All Year Management, the Brooklyn developer behind the William Vale hotel and the Rheingold Brewery site in Bushwick, has raised over $500 million in Israel this year alone, to finance a slew of projects throughout the borough.
Yoel Goldman’s firm is viewed as the breakout heavyweight in Brooklyn development, and Goldman’s frenetic development timeline has been accompanied by a consistent stream of financing activity in Tel Aviv.
The firm has issued bonds in Tel Aviv more than five times since January, including three new bond issuances; several expansions and private tenders; as well as an early bond repayment, according to an analysis of documents by The Real Deal. All Year has raised just over $510 million this year, the most of any American company on the Israeli bond market. Gary Barnett’s Extell Development, by contrast, has raised $470 million in total. Both companies have about $25 million in bond interest payment due in the upcoming year.
All Year reported a $130 million working capital deficit on its third quarter report to the Tel Aviv Stock Exchange in early December, with $183 million in debt coming due, and $53 million in current assets to cover it. The majority is made up of $112 million in short-term debt, backed by $217 million worth of property, the report states, and the company raised $17 million in October to help cover the shortfall.
This kind of deficit is not new for the company. At the close of 2016, All Year had a $212 million gap between current assets and liabilities, partially due to the imminent maturity of a loan on the 23-story William Vale at 55 Wythe Street. In February, the company raised $166 million through a secured bond to refinance the hotel debt.
Sources at the firm said the company was “totally not concerned” about the debt deadlines and insisted that the short-term debt can be refinanced.
“It’s not necessarily a significant problem,” said Ziv Adato, formerly of Ayalim Mutual Funds, who recently left to start his own investment firm Marom Capital. “It means they’re under pressure.”
In early December, All Year was required to raise the interest on its series B bond by .5 percent because it violated of the bond terms, which requires the company to maintain a debt to EBITDA ratio of 17 percent or lower. All Year’s ratio had exceeded that amount and stands at 18.85 percent, as of the third quarter report. In August, All Year avoided another failed covenant of its series A bond—which the company disputed—by paying down the bond early.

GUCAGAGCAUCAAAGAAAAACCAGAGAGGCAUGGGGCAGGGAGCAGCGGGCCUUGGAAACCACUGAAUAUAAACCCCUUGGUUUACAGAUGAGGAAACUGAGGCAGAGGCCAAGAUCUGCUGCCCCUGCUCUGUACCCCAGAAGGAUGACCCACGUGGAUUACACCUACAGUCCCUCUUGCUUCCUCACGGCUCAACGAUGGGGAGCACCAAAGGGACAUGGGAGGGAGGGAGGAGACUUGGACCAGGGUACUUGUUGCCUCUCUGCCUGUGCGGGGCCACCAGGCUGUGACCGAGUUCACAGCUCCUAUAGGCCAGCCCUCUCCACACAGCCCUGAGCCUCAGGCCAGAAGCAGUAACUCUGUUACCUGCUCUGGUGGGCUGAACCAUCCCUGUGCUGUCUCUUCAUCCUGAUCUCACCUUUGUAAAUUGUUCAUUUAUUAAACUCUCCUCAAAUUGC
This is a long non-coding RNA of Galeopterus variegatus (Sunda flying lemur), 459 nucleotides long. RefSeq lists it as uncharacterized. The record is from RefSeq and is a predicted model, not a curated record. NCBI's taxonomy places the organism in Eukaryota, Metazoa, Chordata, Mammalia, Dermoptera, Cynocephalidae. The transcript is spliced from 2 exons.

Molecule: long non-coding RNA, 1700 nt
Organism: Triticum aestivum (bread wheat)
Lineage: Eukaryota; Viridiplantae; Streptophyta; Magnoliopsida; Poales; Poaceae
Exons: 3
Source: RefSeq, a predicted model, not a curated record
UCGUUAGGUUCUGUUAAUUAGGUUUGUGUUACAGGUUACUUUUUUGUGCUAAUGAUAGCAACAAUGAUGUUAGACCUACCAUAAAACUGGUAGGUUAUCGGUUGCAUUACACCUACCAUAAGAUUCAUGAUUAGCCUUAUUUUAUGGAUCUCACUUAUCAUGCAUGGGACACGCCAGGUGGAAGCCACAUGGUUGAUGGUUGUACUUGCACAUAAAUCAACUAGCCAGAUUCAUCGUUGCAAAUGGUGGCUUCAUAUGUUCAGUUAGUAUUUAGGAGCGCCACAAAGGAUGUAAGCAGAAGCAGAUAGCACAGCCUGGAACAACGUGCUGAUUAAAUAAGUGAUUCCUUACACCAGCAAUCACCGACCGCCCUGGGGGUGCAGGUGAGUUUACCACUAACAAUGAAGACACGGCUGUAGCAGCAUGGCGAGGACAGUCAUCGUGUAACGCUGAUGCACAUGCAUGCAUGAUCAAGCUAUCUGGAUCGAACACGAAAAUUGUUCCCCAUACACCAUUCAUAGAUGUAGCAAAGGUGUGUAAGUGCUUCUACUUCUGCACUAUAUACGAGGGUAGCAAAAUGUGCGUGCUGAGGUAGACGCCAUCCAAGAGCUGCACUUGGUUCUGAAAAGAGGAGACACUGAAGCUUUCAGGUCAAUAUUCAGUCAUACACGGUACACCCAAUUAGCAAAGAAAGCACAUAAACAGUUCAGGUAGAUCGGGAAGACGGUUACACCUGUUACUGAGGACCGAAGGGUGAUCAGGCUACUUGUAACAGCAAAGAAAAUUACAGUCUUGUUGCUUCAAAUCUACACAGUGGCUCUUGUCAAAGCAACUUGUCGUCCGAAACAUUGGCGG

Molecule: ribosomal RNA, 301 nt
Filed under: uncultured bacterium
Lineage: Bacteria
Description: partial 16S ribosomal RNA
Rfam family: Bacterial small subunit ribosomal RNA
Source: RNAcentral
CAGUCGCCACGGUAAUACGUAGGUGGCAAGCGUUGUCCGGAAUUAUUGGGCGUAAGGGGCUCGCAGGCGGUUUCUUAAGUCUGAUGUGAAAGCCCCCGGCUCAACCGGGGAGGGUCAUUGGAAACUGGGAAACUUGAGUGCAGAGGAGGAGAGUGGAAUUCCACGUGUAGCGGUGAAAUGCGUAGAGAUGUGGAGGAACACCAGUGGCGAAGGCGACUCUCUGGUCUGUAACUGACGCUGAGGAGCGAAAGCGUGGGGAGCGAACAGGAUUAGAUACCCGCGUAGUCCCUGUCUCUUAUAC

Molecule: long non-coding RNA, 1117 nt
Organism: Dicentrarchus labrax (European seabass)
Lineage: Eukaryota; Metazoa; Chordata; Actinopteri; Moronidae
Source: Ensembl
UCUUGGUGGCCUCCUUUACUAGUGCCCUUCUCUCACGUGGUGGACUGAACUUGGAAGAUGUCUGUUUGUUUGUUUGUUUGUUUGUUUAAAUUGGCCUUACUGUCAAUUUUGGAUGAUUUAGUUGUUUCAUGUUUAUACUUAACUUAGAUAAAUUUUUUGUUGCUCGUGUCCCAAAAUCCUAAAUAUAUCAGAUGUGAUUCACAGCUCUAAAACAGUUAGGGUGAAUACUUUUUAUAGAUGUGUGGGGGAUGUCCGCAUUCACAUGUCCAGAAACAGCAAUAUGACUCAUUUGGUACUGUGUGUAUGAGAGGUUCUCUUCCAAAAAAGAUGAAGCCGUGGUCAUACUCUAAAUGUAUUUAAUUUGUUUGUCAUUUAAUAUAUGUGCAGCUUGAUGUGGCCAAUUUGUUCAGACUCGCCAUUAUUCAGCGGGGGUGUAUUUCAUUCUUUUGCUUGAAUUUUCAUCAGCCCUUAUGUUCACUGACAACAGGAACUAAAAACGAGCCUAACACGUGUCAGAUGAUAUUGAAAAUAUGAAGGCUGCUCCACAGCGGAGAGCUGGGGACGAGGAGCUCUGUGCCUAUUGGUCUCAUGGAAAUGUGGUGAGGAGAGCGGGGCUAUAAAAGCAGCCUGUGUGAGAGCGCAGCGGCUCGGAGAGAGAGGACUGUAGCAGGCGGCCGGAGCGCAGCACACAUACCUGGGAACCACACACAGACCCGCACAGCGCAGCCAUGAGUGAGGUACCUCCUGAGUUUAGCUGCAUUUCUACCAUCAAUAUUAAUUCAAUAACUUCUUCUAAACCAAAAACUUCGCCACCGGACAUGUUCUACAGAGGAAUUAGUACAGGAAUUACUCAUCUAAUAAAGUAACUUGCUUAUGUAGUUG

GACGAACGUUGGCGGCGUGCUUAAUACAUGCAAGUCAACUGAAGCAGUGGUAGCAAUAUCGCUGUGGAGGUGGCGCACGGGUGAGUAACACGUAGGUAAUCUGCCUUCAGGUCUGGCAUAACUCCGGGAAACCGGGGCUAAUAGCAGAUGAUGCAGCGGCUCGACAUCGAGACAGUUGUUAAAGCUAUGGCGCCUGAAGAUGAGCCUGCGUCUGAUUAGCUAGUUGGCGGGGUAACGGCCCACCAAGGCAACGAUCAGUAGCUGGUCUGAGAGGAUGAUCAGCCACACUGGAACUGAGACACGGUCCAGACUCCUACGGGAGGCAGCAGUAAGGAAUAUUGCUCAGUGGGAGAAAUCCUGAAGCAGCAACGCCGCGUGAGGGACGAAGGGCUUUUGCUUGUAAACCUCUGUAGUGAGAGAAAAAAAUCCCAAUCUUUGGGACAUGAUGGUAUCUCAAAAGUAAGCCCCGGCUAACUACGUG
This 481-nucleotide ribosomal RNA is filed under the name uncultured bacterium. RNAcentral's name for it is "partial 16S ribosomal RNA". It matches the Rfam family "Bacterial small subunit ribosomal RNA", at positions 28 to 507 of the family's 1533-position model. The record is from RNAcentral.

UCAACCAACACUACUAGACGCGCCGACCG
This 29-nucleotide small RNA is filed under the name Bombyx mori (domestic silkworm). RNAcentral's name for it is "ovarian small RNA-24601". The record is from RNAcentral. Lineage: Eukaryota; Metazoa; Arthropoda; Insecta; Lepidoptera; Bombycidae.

A source familiar with the company’s finances said the debt to EBITDA ratio will be remedied soon, when two projects nearing completion — in Long Island City and Downtown Brooklyn — begin generating income.
The frenzied financing activity in Tel Aviv has been accompanied by movement on the development side in Brooklyn.
In the last nine months, the company’s 1 million-square-foot project in Bushwick at the former Rheingold Brewery site, progressed significantly. All Year’s 911-unit complex is spread between two buildings, at 123 Melrose Street and 54 Noll Street (The Rabsky Group is also building a 500-unit rental building on part of the former brewery, at 10 Monteith Street). In July, All Year closed on a $270 million construction loan from Madison Realty Capital, and the first phase is scheduled for completion in the first quarter of 2018, according to a presentation to bondholders.
In addition, a 125-unit rental at 608 Franklin Avenue in Crown Heights, completed in 2016, has been fully leased, according to the presentation, and construction has wrapped up at Albee Square, a 150-unit rental in Downtown Brooklyn.
The Bushwick project helped boost the company’s numbers when it was appraised in June at $300 million, up from $227 million as of December 2016. The Franklin project was also reappraised and increased from $67 million to $93 million. Both properties were appraised by Level Valuation, with an assumed 4.75 percent cap rate.
All Year is part-owner on most of these projects, owning 50 percent of the William Vale, Albee and the Franklin rental, and 96.8 percent of the Bushwick development.